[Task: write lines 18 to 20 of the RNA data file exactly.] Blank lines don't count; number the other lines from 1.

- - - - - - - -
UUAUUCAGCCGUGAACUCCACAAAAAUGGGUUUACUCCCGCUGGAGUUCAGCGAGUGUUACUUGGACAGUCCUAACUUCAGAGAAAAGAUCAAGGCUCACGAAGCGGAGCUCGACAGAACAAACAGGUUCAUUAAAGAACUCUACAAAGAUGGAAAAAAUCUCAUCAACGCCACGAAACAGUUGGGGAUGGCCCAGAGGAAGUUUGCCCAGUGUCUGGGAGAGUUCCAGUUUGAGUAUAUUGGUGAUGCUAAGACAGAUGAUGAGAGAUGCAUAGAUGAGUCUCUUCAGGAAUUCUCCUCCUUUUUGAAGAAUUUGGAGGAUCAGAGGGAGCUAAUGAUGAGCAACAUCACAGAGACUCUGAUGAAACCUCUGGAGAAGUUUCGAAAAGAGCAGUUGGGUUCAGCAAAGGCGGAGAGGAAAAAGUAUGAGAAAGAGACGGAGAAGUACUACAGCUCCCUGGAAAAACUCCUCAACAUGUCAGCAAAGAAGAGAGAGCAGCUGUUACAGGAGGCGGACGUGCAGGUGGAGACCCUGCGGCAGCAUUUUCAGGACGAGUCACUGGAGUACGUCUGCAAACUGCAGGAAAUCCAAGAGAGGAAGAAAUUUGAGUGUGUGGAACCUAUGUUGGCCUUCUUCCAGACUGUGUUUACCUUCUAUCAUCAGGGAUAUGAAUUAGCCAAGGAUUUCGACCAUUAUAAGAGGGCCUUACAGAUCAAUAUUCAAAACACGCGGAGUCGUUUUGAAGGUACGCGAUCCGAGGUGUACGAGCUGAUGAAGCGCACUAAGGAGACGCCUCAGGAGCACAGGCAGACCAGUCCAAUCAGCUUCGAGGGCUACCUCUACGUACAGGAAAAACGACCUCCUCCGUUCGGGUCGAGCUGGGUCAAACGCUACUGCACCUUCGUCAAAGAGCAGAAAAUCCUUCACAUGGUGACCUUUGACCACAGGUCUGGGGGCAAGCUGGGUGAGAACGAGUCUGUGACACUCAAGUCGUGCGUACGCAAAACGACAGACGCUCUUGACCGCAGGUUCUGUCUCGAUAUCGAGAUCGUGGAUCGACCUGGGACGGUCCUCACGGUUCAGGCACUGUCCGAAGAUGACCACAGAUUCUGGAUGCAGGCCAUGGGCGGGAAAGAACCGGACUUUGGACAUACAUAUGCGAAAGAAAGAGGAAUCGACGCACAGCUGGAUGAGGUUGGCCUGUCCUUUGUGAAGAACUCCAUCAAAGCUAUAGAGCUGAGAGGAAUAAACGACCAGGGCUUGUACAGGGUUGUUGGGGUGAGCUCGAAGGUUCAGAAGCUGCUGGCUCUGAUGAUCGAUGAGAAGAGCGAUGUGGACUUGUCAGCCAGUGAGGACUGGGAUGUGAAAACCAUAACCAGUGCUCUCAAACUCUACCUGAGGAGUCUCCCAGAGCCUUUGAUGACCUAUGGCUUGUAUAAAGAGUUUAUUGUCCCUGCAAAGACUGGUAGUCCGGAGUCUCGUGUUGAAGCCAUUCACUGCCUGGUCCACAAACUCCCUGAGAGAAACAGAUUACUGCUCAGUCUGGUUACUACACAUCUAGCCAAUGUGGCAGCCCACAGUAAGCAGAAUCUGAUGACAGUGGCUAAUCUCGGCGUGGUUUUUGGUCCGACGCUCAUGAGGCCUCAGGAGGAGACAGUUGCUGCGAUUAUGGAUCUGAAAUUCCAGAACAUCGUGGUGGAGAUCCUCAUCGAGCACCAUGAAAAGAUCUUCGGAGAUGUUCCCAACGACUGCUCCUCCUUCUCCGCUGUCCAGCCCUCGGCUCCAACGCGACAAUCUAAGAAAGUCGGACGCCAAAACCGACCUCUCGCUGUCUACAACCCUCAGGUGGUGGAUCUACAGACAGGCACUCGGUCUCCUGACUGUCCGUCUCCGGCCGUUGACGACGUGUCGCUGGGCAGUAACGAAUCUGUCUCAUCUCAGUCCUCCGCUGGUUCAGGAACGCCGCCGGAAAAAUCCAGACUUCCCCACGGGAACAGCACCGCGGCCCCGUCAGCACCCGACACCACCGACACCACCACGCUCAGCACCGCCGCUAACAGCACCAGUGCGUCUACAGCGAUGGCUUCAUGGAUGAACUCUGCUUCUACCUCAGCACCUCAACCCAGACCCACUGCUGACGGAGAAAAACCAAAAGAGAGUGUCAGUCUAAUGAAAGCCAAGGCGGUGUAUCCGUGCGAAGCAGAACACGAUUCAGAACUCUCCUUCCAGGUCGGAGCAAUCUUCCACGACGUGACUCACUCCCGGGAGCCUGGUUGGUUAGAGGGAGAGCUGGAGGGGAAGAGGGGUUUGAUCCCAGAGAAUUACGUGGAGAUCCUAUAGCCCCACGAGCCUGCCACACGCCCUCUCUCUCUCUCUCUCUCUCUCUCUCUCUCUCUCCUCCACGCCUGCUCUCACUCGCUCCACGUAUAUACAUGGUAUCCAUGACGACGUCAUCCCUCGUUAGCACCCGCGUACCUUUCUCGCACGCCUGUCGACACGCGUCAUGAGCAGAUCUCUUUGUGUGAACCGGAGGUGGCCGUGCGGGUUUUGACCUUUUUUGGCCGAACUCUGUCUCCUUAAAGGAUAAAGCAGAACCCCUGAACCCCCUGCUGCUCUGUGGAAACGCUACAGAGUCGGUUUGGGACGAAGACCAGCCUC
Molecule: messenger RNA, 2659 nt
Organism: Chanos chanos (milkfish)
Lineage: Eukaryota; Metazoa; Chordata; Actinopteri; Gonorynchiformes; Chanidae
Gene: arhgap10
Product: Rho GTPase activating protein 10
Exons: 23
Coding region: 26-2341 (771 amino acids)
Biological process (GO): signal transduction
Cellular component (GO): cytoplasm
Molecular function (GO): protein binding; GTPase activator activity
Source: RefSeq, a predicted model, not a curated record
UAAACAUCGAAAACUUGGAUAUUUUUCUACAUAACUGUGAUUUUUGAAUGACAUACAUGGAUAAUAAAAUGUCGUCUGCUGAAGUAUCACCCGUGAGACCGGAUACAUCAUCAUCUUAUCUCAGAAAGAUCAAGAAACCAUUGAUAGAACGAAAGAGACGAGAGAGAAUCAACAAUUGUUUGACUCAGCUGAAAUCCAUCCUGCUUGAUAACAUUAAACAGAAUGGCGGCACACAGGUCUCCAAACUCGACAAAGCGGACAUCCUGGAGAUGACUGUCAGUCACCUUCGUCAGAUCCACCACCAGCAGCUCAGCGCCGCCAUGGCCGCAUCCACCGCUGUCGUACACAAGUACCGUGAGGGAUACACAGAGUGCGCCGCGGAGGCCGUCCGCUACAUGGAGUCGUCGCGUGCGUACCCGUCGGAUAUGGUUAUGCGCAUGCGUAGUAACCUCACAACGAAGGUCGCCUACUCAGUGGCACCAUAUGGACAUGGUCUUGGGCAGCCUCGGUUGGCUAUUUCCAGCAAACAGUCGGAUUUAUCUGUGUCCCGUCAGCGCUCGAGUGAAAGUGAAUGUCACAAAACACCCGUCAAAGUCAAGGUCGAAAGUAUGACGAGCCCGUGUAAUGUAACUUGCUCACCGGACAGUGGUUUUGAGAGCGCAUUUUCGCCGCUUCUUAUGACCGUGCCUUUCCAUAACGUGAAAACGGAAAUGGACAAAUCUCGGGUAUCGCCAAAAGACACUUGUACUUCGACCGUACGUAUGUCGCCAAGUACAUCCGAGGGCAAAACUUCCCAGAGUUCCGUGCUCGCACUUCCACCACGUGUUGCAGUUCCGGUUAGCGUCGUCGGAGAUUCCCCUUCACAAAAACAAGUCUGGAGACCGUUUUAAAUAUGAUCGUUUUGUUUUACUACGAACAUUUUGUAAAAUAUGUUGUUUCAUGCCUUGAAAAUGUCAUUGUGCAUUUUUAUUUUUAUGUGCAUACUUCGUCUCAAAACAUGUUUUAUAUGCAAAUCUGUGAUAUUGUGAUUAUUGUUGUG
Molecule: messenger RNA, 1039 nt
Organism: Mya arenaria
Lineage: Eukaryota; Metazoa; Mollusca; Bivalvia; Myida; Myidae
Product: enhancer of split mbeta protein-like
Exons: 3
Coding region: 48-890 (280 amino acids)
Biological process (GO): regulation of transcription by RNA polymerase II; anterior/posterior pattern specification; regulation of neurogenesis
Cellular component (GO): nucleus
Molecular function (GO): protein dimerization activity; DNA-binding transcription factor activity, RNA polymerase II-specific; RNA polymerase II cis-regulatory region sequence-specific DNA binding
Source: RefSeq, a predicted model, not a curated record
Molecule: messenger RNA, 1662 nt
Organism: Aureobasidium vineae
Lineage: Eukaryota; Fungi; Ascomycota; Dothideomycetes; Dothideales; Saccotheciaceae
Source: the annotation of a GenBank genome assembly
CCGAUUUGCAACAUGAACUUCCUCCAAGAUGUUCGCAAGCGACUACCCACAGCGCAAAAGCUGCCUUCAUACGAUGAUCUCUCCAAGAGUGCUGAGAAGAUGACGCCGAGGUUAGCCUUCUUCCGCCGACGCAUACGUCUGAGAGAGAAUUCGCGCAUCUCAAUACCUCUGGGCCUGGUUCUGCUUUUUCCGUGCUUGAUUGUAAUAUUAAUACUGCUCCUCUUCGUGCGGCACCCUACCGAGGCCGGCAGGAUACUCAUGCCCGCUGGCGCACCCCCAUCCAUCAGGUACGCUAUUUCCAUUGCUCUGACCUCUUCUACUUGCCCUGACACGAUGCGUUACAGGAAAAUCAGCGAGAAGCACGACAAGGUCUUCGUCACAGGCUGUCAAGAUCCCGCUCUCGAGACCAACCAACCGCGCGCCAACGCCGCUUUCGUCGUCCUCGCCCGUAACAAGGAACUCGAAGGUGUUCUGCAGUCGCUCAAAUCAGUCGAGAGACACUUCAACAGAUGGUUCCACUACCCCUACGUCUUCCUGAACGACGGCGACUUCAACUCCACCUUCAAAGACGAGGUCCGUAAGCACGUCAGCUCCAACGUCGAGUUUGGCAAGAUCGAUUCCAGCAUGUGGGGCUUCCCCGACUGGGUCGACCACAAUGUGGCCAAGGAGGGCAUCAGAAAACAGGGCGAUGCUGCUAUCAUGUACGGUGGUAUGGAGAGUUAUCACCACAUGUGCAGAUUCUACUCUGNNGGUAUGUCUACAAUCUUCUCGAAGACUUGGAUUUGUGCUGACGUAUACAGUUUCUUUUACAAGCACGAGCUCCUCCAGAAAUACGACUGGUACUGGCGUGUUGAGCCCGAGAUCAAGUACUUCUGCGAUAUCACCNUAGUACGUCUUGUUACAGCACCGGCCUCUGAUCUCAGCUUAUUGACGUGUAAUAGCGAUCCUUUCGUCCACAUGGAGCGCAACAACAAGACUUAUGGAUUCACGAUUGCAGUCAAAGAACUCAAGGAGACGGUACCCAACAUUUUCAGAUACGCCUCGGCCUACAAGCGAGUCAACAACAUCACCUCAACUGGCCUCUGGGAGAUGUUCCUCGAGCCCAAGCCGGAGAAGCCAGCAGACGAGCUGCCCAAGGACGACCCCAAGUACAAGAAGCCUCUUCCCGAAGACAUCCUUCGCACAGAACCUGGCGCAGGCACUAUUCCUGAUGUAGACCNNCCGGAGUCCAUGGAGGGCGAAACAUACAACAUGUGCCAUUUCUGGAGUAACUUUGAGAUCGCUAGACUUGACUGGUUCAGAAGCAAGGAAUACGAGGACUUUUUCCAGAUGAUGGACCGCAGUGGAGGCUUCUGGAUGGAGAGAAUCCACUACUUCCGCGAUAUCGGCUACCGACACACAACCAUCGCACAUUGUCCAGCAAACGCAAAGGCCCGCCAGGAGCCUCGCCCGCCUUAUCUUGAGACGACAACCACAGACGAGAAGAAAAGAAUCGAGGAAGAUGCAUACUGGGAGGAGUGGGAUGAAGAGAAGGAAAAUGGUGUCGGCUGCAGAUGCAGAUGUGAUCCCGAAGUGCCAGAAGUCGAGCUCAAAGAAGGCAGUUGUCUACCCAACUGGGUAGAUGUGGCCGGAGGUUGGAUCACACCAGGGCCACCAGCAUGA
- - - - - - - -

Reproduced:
Exons: 3
Coding region: 48-890 (280 amino acids)
Biological process (GO): regulation of transcription by RNA polymerase II; anterior/posterior pattern specification; regulation of neurogenesis